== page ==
An implant system that allows users to control their bionic arm with their thoughts without the need for any supporting equipment could be available in Europe in the next two years, scientists have said.
The researchers in Sweden who designed the system are hoping to get a CE mark for their product so it complies with the EU's safety and health protection requirements.
The implant system, which can connect to any commercially available arm prosthesis, is currently being used by three people in Sweden who have had an amputation above the elbow.
Dr Max Ortiz Catalan, an associate professor at Chalmers University of Technology in Sweden, said that their prosthesis could be a clinically viable replacement for a lost arm.
He told the PA news agency: "People in Sweden can have this technology now.
"We were working to ramp up the production before the pandemic began.
"We are aiming to have it CE marked soon, within two years, and once it is CE marked, it can be available in Europe as a product."
Two of the three patients involved in their clinical trial have been using their bionic arms for around three years, while the third participant has been using his artificial limb for seven years.
A new functionality - the sensation of touch - has recently been added to all the three prosthetic arms.
Dr Ortiz Catalan said that the implant system, which anchors the prosthesis to the skeleton in the stump of the amputated limb, is stable and can be used for long periods of time without any intervention from the scientists.
He told PA: "The real breakthrough here is that this neuromusculoskeletal interface, as we call it, allows the artificial limb to be connected to the body.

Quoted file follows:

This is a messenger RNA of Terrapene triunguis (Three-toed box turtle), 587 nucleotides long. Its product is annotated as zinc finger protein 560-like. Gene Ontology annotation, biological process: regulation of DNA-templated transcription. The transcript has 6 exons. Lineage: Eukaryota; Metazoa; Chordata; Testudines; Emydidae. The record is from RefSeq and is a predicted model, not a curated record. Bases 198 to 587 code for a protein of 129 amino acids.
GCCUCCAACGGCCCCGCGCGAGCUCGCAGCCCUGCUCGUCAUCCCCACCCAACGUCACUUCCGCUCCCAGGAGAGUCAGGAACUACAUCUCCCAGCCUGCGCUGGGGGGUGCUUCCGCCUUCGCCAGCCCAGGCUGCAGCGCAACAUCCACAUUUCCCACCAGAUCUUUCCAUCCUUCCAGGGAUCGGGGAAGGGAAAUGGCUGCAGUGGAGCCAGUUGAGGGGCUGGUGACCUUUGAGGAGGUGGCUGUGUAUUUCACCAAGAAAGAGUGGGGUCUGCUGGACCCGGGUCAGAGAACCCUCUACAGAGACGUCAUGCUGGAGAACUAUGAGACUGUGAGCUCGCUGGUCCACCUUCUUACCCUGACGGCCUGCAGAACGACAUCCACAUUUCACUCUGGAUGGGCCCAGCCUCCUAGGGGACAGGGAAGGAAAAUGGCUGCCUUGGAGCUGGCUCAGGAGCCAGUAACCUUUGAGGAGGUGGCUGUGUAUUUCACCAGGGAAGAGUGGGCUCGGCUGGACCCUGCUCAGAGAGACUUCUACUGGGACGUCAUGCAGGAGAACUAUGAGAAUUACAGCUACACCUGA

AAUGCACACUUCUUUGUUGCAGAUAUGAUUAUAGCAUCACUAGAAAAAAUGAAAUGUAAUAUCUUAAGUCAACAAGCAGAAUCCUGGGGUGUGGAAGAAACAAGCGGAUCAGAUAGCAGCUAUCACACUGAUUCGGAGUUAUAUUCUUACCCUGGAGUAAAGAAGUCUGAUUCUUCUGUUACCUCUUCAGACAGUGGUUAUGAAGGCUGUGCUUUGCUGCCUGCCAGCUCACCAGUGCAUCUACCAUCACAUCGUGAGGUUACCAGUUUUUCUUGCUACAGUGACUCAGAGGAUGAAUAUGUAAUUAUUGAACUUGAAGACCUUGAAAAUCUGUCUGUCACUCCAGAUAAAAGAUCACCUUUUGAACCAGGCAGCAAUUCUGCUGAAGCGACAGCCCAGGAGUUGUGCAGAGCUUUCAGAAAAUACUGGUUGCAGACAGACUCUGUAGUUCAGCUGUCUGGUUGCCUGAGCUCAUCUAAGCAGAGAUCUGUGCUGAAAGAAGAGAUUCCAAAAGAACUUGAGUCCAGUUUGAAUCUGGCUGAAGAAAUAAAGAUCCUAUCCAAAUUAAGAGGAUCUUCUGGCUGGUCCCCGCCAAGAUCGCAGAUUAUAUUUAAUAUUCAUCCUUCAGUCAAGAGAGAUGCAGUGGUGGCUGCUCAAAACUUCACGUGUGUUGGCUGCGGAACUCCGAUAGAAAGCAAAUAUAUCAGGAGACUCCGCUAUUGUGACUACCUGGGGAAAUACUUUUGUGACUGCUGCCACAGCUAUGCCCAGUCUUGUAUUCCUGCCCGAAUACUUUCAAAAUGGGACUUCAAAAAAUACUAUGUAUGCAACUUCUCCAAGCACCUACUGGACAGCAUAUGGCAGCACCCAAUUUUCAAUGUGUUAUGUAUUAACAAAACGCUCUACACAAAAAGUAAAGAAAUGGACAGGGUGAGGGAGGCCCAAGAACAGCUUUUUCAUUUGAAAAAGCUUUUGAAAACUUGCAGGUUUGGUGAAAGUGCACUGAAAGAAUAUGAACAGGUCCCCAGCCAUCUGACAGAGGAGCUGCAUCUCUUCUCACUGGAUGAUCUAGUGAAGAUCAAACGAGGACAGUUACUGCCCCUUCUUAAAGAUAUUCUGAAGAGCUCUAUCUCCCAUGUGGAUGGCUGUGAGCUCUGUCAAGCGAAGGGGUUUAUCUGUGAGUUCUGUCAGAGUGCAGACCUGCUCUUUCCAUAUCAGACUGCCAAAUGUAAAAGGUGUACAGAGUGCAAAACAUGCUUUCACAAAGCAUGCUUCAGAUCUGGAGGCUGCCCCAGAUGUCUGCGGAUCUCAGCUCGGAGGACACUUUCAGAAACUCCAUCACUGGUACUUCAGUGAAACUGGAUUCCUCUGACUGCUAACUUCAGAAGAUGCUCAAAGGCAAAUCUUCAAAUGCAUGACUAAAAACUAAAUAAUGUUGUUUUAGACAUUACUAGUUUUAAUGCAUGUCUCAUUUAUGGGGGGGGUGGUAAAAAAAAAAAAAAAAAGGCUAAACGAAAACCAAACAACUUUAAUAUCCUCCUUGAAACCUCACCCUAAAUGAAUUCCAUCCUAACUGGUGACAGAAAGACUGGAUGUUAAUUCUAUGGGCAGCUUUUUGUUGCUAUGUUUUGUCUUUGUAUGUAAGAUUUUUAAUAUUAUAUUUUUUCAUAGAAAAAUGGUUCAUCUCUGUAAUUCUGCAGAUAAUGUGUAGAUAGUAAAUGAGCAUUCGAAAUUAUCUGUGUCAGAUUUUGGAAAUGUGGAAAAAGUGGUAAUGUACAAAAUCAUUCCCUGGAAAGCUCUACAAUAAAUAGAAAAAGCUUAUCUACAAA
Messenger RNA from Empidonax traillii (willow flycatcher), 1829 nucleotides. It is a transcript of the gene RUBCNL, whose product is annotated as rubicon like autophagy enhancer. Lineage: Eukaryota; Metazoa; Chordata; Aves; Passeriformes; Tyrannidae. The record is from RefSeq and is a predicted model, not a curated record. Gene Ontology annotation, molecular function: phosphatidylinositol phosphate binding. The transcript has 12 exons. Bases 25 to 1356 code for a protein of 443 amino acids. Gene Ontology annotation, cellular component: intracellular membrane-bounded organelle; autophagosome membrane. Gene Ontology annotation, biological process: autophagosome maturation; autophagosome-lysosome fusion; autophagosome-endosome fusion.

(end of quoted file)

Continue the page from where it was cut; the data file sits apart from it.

"And when you have that intimate connection between the technology and biology, you can have a better control and establish sensory feedback."
According to Dr Ortiz Catalan, the system delivers sensations that feel like they are arising from the missing hand.
The implant system is self-contained, so patients do not need to carry additional equipment such as large computer backpacks or batteries.
Electrodes fixed in the remaining muscle in the stump deliver sensory information, which allows users to have greater sensation and control over the hand.
Patients are able to feel when they are touching an object, its characteristics, and how hard they are pressing it, the researchers said.
Dr Ortiz Catalan said while the prosthetic is not as good as real hand it does allow people to be able to go about their daily lives.
He added: "We are not under the illusion that this technology is perfect - there is still long way to go.
"In the meantime, we are looking to increase functionality by adding more sensations and more control."
The research is published in the New England Journal of Medicine.
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